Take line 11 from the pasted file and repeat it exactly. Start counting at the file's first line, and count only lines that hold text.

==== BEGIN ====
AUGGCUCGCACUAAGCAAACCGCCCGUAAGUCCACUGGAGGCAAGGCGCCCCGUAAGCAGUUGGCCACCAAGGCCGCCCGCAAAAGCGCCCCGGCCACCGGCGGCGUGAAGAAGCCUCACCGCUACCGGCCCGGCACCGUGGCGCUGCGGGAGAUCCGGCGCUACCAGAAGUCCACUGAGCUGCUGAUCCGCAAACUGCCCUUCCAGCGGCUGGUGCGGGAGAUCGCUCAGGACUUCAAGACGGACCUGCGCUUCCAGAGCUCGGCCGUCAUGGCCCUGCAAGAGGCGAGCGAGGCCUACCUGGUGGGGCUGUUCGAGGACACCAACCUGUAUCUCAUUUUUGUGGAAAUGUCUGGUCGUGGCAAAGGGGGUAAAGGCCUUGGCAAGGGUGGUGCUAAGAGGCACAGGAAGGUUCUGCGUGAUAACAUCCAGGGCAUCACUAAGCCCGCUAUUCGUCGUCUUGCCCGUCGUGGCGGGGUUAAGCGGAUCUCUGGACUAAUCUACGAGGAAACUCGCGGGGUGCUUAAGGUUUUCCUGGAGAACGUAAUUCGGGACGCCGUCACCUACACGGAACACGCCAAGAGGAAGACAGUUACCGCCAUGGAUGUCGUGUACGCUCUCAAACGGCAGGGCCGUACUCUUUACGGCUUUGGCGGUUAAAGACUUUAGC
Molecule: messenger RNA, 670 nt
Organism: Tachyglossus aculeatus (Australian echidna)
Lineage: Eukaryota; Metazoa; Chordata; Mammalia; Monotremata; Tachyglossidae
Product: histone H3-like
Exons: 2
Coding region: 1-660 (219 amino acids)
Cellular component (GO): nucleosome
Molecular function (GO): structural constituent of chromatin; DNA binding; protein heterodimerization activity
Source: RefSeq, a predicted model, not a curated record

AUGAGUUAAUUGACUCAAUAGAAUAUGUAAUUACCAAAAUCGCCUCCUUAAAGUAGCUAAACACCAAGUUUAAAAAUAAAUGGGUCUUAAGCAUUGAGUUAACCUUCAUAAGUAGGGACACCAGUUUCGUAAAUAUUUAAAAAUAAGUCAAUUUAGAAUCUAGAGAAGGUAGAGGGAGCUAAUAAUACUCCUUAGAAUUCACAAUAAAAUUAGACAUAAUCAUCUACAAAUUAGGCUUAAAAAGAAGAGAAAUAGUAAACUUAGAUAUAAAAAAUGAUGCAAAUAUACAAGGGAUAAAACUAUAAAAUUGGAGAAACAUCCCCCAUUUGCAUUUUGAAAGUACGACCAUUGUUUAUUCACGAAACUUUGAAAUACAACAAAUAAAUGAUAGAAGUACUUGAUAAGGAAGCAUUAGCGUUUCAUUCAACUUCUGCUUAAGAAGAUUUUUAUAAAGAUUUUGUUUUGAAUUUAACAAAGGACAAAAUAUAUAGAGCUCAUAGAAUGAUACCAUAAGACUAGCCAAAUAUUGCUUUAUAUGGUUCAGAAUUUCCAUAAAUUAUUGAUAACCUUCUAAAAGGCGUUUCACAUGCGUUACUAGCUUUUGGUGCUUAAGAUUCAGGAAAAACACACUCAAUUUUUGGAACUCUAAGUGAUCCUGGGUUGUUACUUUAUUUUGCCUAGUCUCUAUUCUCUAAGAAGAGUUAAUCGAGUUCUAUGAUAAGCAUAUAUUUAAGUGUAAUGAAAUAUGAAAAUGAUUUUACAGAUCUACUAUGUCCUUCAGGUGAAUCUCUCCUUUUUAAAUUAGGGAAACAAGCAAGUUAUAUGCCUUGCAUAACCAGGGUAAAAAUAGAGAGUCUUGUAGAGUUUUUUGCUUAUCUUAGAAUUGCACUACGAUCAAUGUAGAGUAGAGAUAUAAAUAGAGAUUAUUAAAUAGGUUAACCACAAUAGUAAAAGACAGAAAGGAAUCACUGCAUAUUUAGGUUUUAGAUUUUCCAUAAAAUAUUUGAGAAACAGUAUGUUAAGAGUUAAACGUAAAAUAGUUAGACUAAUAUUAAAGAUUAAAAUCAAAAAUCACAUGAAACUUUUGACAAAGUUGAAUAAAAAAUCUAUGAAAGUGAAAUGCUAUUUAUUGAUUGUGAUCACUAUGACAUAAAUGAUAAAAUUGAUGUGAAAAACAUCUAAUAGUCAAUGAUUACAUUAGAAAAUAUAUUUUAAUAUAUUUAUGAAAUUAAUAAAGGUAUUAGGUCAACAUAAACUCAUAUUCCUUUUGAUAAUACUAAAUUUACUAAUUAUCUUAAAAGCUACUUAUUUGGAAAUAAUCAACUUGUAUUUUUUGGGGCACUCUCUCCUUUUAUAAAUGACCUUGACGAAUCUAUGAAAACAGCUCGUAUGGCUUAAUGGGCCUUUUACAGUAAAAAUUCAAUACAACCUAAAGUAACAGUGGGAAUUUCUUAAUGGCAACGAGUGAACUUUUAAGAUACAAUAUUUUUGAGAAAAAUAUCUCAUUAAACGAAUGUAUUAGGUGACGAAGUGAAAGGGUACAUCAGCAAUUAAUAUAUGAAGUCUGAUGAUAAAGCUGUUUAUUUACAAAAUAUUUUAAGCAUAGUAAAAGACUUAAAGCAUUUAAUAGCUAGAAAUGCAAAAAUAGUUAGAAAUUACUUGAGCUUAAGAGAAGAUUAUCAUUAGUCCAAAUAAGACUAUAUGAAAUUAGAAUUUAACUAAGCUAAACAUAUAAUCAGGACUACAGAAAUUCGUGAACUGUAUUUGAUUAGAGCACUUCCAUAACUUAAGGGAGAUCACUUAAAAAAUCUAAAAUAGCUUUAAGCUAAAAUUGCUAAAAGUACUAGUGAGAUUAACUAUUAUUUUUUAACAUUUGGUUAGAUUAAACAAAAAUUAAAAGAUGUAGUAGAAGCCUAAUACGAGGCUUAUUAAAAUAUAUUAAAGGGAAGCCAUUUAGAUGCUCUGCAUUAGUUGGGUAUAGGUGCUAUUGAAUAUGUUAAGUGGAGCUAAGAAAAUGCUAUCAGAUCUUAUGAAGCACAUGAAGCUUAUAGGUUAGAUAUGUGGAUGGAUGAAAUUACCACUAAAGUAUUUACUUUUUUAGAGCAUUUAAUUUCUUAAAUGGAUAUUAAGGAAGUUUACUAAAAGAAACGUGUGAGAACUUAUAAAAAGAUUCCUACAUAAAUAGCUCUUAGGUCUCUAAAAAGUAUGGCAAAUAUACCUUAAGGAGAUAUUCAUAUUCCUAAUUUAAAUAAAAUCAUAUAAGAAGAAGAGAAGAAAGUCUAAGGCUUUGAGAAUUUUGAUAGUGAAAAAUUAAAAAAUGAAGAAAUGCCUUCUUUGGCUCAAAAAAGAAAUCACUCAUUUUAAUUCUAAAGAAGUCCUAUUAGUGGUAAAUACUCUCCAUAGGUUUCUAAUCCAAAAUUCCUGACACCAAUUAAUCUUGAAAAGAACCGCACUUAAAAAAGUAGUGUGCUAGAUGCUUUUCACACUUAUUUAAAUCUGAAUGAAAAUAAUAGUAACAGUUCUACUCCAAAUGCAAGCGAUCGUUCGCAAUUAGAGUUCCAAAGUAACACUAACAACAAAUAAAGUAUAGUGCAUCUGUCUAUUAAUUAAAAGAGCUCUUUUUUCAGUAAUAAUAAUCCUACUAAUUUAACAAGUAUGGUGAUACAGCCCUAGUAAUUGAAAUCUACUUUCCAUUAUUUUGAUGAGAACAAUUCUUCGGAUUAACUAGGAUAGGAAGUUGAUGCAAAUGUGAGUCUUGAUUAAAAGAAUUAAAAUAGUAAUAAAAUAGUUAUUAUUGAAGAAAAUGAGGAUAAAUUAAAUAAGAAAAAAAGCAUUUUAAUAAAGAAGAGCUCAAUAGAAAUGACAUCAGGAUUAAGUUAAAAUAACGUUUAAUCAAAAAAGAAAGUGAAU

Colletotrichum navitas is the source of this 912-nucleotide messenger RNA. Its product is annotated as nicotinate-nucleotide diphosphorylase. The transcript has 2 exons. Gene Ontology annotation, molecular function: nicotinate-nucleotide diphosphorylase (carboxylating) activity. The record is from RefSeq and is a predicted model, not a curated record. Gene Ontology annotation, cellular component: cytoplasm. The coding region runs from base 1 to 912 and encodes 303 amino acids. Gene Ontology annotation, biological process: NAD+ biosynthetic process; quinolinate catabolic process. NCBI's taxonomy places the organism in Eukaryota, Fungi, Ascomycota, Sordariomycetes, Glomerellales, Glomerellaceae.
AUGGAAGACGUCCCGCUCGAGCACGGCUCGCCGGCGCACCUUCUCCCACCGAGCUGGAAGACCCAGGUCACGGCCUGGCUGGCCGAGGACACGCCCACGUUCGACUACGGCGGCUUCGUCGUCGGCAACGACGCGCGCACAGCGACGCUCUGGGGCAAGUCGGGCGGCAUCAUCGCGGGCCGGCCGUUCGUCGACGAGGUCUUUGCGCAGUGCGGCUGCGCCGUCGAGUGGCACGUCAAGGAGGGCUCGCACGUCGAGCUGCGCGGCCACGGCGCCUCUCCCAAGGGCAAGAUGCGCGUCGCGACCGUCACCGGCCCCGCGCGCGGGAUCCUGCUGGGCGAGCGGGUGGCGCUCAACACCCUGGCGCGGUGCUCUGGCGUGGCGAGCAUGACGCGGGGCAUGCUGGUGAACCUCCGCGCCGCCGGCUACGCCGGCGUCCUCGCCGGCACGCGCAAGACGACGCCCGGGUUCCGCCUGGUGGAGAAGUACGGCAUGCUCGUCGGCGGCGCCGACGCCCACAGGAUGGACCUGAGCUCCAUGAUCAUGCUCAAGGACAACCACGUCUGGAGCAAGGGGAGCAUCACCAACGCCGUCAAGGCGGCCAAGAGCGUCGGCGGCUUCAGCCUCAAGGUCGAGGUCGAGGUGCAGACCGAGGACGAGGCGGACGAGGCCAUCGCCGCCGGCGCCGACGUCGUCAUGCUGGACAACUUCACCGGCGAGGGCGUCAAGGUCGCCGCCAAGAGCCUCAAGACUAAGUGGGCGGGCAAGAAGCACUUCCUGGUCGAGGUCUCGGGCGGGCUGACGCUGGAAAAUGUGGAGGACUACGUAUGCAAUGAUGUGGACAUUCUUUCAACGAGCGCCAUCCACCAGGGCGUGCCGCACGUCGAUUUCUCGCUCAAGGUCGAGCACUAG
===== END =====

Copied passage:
AUGAGUUAAUUGACUCAAUAGAAUAUGUAAUUACCAAAAUCGCCUCCUUAAAGUAGCUAAACACCAAGUUUAAAAAUAAAUGGGUCUUAAGCAUUGAGUUAACCUUCAUAAGUAGGGACACCAGUUUCGUAAAUAUUUAAAAAUAAGUCAAUUUAGAAUCUAGAGAAGGUAGAGGGAGCUAAUAAUACUCCUUAGAAUUCACAAUAAAAUUAGACAUAAUCAUCUACAAAUUAGGCUUAAAAAGAAGAGAAAUAGUAAACUUAGAUAUAAAAAAUGAUGCAAAUAUACAAGGGAUAAAACUAUAAAAUUGGAGAAACAUCCCCCAUUUGCAUUUUGAAAGUACGACCAUUGUUUAUUCACGAAACUUUGAAAUACAACAAAUAAAUGAUAGAAGUACUUGAUAAGGAAGCAUUAGCGUUUCAUUCAACUUCUGCUUAAGAAGAUUUUUAUAAAGAUUUUGUUUUGAAUUUAACAAAGGACAAAAUAUAUAGAGCUCAUAGAAUGAUACCAUAAGACUAGCCAAAUAUUGCUUUAUAUGGUUCAGAAUUUCCAUAAAUUAUUGAUAACCUUCUAAAAGGCGUUUCACAUGCGUUACUAGCUUUUGGUGCUUAAGAUUCAGGAAAAACACACUCAAUUUUUGGAACUCUAAGUGAUCCUGGGUUGUUACUUUAUUUUGCCUAGUCUCUAUUCUCUAAGAAGAGUUAAUCGAGUUCUAUGAUAAGCAUAUAUUUAAGUGUAAUGAAAUAUGAAAAUGAUUUUACAGAUCUACUAUGUCCUUCAGGUGAAUCUCUCCUUUUUAAAUUAGGGAAACAAGCAAGUUAUAUGCCUUGCAUAACCAGGGUAAAAAUAGAGAGUCUUGUAGAGUUUUUUGCUUAUCUUAGAAUUGCACUACGAUCAAUGUAGAGUAGAGAUAUAAAUAGAGAUUAUUAAAUAGGUUAACCACAAUAGUAAAAGACAGAAAGGAAUCACUGCAUAUUUAGGUUUUAGAUUUUCCAUAAAAUAUUUGAGAAACAGUAUGUUAAGAGUUAAACGUAAAAUAGUUAGACUAAUAUUAAAGAUUAAAAUCAAAAAUCACAUGAAACUUUUGACAAAGUUGAAUAAAAAAUCUAUGAAAGUGAAAUGCUAUUUAUUGAUUGUGAUCACUAUGACAUAAAUGAUAAAAUUGAUGUGAAAAACAUCUAAUAGUCAAUGAUUACAUUAGAAAAUAUAUUUUAAUAUAUUUAUGAAAUUAAUAAAGGUAUUAGGUCAACAUAAACUCAUAUUCCUUUUGAUAAUACUAAAUUUACUAAUUAUCUUAAAAGCUACUUAUUUGGAAAUAAUCAACUUGUAUUUUUUGGGGCACUCUCUCCUUUUAUAAAUGACCUUGACGAAUCUAUGAAAACAGCUCGUAUGGCUUAAUGGGCCUUUUACAGUAAAAAUUCAAUACAACCUAAAGUAACAGUGGGAAUUUCUUAAUGGCAACGAGUGAACUUUUAAGAUACAAUAUUUUUGAGAAAAAUAUCUCAUUAAACGAAUGUAUUAGGUGACGAAGUGAAAGGGUACAUCAGCAAUUAAUAUAUGAAGUCUGAUGAUAAAGCUGUUUAUUUACAAAAUAUUUUAAGCAUAGUAAAAGACUUAAAGCAUUUAAUAGCUAGAAAUGCAAAAAUAGUUAGAAAUUACUUGAGCUUAAGAGAAGAUUAUCAUUAGUCCAAAUAAGACUAUAUGAAAUUAGAAUUUAACUAAGCUAAACAUAUAAUCAGGACUACAGAAAUUCGUGAACUGUAUUUGAUUAGAGCACUUCCAUAACUUAAGGGAGAUCACUUAAAAAAUCUAAAAUAGCUUUAAGCUAAAAUUGCUAAAAGUACUAGUGAGAUUAACUAUUAUUUUUUAACAUUUGGUUAGAUUAAACAAAAAUUAAAAGAUGUAGUAGAAGCCUAAUACGAGGCUUAUUAAAAUAUAUUAAAGGGAAGCCAUUUAGAUGCUCUGCAUUAGUUGGGUAUAGGUGCUAUUGAAUAUGUUAAGUGGAGCUAAGAAAAUGCUAUCAGAUCUUAUGAAGCACAUGAAGCUUAUAGGUUAGAUAUGUGGAUGGAUGAAAUUACCACUAAAGUAUUUACUUUUUUAGAGCAUUUAAUUUCUUAAAUGGAUAUUAAGGAAGUUUACUAAAAGAAACGUGUGAGAACUUAUAAAAAGAUUCCUACAUAAAUAGCUCUUAGGUCUCUAAAAAGUAUGGCAAAUAUACCUUAAGGAGAUAUUCAUAUUCCUAAUUUAAAUAAAAUCAUAUAAGAAGAAGAGAAGAAAGUCUAAGGCUUUGAGAAUUUUGAUAGUGAAAAAUUAAAAAAUGAAGAAAUGCCUUCUUUGGCUCAAAAAAGAAAUCACUCAUUUUAAUUCUAAAGAAGUCCUAUUAGUGGUAAAUACUCUCCAUAGGUUUCUAAUCCAAAAUUCCUGACACCAAUUAAUCUUGAAAAGAACCGCACUUAAAAAAGUAGUGUGCUAGAUGCUUUUCACACUUAUUUAAAUCUGAAUGAAAAUAAUAGUAACAGUUCUACUCCAAAUGCAAGCGAUCGUUCGCAAUUAGAGUUCCAAAGUAACACUAACAACAAAUAAAGUAUAGUGCAUCUGUCUAUUAAUUAAAAGAGCUCUUUUUUCAGUAAUAAUAAUCCUACUAAUUUAACAAGUAUGGUGAUACAGCCCUAGUAAUUGAAAUCUACUUUCCAUUAUUUUGAUGAGAACAAUUCUUCGGAUUAACUAGGAUAGGAAGUUGAUGCAAAUGUGAGUCUUGAUUAAAAGAAUUAAAAUAGUAAUAAAAUAGUUAUUAUUGAAGAAAAUGAGGAUAAAUUAAAUAAGAAAAAAAGCAUUUUAAUAAAGAAGAGCUCAAUAGAAAUGACAUCAGGAUUAAGUUAAAAUAACGUUUAAUCAAAAAAGAAAGUGAAU